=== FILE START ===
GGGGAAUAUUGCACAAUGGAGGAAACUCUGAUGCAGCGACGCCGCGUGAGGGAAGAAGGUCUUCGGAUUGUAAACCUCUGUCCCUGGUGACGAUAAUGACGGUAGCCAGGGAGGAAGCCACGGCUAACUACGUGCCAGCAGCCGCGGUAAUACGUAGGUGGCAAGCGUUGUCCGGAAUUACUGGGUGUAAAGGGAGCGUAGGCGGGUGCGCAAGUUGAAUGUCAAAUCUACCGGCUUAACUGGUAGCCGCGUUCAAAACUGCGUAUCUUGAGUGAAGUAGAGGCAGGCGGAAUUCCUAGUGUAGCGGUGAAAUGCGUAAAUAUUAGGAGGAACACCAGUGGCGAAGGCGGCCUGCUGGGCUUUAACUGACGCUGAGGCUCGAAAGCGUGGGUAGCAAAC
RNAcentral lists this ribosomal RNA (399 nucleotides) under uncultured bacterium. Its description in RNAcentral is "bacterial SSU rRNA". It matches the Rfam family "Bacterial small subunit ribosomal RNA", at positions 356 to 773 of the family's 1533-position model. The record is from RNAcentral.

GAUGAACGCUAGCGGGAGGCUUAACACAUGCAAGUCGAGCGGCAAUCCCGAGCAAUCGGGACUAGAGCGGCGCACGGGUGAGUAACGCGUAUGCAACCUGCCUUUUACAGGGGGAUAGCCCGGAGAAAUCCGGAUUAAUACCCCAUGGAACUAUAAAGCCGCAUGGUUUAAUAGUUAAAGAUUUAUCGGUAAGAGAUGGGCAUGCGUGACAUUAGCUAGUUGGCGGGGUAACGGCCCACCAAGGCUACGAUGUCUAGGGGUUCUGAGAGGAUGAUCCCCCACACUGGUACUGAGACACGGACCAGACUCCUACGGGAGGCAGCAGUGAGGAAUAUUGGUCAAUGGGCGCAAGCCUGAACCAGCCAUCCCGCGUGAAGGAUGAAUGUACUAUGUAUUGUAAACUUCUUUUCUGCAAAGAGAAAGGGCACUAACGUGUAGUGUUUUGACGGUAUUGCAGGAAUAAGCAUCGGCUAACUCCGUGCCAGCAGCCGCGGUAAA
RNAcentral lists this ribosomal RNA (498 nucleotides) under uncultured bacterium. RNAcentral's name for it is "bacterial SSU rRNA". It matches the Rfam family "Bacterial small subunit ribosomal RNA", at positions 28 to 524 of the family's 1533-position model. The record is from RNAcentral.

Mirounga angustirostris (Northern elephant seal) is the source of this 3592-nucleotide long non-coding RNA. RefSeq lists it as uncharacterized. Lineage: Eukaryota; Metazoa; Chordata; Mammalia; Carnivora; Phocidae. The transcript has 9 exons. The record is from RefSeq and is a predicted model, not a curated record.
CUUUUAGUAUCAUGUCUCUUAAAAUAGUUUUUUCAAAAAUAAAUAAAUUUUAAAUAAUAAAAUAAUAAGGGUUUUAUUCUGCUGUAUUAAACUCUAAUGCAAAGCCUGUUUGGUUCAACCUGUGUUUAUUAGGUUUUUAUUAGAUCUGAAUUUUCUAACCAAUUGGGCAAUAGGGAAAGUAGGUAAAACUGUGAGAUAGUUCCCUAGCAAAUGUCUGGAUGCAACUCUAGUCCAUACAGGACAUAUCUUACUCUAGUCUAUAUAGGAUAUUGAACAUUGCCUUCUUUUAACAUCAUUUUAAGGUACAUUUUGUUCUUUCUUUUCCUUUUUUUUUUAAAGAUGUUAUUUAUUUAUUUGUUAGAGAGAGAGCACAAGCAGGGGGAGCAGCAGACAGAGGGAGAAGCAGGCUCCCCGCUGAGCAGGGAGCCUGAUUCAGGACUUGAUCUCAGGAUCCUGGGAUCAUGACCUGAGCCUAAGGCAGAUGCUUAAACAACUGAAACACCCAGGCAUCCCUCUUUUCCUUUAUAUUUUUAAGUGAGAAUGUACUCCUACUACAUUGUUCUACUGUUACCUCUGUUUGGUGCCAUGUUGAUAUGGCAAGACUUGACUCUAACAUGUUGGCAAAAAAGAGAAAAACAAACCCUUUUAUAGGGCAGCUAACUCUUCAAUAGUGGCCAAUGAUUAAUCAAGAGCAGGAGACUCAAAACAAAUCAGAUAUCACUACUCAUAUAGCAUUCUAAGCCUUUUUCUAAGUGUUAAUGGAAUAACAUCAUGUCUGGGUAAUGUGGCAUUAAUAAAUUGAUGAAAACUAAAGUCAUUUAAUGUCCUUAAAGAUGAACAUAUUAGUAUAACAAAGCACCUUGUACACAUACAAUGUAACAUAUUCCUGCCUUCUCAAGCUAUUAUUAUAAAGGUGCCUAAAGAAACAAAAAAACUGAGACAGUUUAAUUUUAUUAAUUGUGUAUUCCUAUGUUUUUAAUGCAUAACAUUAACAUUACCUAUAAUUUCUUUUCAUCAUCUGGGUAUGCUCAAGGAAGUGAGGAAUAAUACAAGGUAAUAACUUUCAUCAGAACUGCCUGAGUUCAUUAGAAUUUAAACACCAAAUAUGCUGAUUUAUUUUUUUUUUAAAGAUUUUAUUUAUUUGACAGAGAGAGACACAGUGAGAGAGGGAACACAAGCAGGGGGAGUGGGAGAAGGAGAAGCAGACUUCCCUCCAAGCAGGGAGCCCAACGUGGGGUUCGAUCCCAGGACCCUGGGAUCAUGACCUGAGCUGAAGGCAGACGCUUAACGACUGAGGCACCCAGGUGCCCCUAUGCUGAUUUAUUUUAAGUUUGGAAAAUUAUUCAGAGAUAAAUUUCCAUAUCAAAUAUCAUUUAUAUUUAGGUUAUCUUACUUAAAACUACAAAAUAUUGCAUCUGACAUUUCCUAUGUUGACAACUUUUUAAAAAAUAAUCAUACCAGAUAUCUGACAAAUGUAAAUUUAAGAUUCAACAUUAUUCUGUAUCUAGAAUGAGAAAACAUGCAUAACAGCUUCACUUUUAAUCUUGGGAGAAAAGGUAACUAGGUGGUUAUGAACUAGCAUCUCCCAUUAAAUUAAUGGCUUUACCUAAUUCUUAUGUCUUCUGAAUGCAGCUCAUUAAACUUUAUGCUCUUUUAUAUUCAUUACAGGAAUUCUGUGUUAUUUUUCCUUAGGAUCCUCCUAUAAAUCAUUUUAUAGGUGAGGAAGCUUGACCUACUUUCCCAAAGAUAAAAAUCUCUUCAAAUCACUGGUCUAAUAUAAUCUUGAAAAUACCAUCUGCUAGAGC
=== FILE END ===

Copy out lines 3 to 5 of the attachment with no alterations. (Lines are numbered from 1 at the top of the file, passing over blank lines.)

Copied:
GAUGAACGCUAGCGGGAGGCUUAACACAUGCAAGUCGAGCGGCAAUCCCGAGCAAUCGGGACUAGAGCGGCGCACGGGUGAGUAACGCGUAUGCAACCUGCCUUUUACAGGGGGAUAGCCCGGAGAAAUCCGGAUUAAUACCCCAUGGAACUAUAAAGCCGCAUGGUUUAAUAGUUAAAGAUUUAUCGGUAAGAGAUGGGCAUGCGUGACAUUAGCUAGUUGGCGGGGUAACGGCCCACCAAGGCUACGAUGUCUAGGGGUUCUGAGAGGAUGAUCCCCCACACUGGUACUGAGACACGGACCAGACUCCUACGGGAGGCAGCAGUGAGGAAUAUUGGUCAAUGGGCGCAAGCCUGAACCAGCCAUCCCGCGUGAAGGAUGAAUGUACUAUGUAUUGUAAACUUCUUUUCUGCAAAGAGAAAGGGCACUAACGUGUAGUGUUUUGACGGUAUUGCAGGAAUAAGCAUCGGCUAACUCCGUGCCAGCAGCCGCGGUAAA
RNAcentral lists this ribosomal RNA (498 nucleotides) under uncultured bacterium. RNAcentral's name for it is "bacterial SSU rRNA". It matches the Rfam family "Bacterial small subunit ribosomal RNA", at positions 28 to 524 of the family's 1533-position model. The record is from RNAcentral.

Mirounga angustirostris (Northern elephant seal) is the source of this 3592-nucleotide long non-coding RNA. RefSeq lists it as uncharacterized. Lineage: Eukaryota; Metazoa; Chordata; Mammalia; Carnivora; Phocidae. The transcript has 9 exons. The record is from RefSeq and is a predicted model, not a curated record.